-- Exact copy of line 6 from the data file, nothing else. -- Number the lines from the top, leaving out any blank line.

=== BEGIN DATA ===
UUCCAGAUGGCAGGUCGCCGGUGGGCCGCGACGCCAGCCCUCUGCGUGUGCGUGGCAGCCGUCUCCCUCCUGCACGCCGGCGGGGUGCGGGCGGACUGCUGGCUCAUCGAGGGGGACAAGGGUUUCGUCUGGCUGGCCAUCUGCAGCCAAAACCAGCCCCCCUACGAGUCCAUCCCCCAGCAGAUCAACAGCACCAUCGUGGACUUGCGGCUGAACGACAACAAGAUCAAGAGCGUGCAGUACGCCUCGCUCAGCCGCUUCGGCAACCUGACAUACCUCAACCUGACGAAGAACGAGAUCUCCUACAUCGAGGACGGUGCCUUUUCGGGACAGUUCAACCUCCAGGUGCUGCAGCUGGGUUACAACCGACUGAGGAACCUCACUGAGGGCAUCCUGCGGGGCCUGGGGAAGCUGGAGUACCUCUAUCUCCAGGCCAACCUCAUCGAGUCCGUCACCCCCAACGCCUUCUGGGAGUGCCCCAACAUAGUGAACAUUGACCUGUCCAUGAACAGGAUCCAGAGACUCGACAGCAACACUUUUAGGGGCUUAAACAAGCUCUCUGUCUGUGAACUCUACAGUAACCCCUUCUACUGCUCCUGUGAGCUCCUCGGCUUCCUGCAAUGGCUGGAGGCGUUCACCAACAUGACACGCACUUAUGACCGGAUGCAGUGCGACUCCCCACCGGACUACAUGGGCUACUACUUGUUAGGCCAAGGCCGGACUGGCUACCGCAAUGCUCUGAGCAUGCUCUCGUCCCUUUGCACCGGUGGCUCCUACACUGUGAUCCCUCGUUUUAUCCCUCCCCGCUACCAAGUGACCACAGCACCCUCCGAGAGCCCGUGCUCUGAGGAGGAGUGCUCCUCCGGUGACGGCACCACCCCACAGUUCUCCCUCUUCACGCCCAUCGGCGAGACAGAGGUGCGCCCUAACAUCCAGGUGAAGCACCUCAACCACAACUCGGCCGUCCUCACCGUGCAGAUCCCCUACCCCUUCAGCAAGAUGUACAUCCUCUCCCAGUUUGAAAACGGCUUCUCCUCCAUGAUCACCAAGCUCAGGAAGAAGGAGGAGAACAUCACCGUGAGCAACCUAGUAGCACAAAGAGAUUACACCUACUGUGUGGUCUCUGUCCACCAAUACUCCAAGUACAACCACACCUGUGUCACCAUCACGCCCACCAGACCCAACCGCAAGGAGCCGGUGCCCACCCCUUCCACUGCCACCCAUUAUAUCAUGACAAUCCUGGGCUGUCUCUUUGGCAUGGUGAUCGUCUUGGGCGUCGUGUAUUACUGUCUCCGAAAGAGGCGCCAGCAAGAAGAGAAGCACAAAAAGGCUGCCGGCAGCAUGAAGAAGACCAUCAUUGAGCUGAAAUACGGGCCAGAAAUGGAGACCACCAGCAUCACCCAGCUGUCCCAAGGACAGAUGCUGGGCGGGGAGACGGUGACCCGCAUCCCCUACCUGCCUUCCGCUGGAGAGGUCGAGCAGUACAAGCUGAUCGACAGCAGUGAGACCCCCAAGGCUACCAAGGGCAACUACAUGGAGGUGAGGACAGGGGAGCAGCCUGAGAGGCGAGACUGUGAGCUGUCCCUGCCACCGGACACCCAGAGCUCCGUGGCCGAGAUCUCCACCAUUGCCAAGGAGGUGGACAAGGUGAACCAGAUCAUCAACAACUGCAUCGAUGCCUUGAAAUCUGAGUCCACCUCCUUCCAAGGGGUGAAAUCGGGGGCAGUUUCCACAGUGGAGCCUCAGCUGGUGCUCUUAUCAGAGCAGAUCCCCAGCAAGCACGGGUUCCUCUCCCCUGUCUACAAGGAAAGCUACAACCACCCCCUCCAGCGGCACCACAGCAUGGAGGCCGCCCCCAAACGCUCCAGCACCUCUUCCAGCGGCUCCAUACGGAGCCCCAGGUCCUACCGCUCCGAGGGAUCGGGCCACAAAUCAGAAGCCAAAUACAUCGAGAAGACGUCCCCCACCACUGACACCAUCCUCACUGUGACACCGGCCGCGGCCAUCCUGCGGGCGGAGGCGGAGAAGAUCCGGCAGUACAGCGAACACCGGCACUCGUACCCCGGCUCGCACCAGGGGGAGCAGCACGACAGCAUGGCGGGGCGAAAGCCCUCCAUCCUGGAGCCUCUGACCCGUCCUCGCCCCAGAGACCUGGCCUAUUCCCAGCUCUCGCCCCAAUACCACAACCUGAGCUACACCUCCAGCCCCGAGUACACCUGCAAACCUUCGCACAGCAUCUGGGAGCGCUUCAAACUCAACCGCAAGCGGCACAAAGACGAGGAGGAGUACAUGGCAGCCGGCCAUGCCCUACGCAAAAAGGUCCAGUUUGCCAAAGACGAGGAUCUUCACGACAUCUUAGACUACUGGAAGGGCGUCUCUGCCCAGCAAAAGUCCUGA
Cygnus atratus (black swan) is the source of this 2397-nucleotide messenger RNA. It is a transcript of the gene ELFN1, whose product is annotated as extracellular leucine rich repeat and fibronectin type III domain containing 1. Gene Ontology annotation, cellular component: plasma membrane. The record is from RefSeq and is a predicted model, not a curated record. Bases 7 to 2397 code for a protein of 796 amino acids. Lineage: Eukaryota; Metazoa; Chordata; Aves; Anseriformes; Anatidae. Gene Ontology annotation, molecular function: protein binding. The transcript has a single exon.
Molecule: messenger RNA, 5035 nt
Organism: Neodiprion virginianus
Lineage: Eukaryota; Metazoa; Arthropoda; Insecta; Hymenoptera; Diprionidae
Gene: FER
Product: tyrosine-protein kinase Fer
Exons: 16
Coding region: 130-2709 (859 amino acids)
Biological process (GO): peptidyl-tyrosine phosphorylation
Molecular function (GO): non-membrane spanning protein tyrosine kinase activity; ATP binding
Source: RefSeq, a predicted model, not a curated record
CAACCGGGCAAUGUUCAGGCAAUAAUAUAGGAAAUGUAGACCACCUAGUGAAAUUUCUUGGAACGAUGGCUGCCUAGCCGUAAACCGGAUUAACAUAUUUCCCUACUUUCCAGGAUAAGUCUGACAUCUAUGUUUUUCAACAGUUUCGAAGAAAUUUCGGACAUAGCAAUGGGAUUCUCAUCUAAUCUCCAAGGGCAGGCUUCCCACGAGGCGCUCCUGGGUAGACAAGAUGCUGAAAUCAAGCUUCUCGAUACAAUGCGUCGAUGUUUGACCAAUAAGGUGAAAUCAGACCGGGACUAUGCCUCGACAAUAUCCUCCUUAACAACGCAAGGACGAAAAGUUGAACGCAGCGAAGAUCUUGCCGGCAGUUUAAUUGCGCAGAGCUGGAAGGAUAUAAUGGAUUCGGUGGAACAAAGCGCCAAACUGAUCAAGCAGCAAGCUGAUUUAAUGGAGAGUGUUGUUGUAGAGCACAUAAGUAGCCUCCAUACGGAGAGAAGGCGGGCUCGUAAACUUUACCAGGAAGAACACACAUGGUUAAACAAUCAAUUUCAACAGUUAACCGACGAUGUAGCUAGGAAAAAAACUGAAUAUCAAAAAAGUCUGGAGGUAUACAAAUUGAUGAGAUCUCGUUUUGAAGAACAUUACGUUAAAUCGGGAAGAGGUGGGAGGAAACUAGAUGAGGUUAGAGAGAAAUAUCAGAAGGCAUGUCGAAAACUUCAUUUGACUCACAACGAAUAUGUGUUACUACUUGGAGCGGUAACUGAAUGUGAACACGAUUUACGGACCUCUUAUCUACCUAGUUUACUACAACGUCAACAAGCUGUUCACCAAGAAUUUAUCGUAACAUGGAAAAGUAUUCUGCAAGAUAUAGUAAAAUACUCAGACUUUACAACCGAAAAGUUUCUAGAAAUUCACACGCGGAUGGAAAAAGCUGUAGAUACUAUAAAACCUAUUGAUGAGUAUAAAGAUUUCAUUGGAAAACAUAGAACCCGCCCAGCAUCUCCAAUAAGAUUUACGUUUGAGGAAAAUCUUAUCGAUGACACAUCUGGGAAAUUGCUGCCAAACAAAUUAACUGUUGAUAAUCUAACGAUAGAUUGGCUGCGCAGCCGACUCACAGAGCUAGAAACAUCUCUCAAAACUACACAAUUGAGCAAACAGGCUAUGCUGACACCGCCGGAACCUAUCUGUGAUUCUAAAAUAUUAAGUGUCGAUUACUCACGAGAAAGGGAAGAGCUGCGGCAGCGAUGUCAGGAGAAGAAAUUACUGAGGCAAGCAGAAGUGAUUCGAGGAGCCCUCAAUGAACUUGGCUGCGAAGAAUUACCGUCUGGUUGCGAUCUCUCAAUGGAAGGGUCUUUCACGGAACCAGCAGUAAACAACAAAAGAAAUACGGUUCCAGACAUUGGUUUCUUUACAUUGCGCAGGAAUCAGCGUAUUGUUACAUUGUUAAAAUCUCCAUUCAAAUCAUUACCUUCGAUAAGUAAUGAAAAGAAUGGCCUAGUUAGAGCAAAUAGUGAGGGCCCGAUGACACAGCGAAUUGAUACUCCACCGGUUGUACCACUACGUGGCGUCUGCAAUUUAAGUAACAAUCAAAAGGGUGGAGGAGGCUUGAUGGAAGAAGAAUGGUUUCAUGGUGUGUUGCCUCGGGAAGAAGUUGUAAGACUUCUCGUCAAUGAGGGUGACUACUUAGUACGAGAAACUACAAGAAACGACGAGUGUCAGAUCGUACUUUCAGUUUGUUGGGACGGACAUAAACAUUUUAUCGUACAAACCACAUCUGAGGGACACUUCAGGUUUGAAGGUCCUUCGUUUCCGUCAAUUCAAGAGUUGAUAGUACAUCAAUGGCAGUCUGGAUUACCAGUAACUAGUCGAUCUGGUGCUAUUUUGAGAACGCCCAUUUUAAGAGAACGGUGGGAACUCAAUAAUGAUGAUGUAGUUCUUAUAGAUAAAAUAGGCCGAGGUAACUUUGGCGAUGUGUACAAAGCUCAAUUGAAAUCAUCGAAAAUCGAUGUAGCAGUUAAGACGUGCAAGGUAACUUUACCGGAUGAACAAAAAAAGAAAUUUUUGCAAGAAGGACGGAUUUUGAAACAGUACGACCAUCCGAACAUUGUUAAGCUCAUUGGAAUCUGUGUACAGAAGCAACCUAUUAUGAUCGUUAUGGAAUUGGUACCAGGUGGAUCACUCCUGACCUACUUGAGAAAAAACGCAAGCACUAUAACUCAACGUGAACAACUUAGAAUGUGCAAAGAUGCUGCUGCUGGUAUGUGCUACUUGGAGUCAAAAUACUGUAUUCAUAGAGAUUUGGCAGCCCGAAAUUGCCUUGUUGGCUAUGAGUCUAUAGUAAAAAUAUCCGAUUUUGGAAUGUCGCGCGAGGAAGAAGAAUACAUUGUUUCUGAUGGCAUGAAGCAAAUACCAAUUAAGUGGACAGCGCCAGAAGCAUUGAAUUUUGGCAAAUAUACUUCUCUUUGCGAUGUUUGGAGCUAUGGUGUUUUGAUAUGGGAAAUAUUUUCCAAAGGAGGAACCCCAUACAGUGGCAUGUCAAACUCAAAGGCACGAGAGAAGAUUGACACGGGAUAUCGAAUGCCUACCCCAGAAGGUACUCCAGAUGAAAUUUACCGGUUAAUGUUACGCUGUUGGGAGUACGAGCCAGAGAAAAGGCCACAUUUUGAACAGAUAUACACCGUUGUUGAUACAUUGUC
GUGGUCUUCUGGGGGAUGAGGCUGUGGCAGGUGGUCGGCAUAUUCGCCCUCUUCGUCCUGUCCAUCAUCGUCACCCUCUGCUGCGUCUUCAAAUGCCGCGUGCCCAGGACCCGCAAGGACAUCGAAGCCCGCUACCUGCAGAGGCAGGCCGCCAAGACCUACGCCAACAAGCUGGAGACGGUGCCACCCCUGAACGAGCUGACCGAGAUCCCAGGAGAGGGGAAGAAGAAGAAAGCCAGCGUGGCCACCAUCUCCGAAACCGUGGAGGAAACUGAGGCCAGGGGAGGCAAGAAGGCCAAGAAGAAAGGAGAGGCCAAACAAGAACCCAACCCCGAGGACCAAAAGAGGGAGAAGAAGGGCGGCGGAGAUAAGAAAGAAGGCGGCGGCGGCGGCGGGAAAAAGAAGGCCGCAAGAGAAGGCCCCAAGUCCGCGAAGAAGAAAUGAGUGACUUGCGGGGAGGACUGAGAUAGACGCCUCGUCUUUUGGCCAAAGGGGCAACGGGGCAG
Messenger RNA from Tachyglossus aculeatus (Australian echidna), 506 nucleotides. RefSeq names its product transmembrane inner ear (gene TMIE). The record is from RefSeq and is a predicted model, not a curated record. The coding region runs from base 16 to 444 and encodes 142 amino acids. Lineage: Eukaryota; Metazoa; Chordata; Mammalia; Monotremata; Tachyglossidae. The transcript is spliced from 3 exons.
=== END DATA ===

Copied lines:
Gene: FER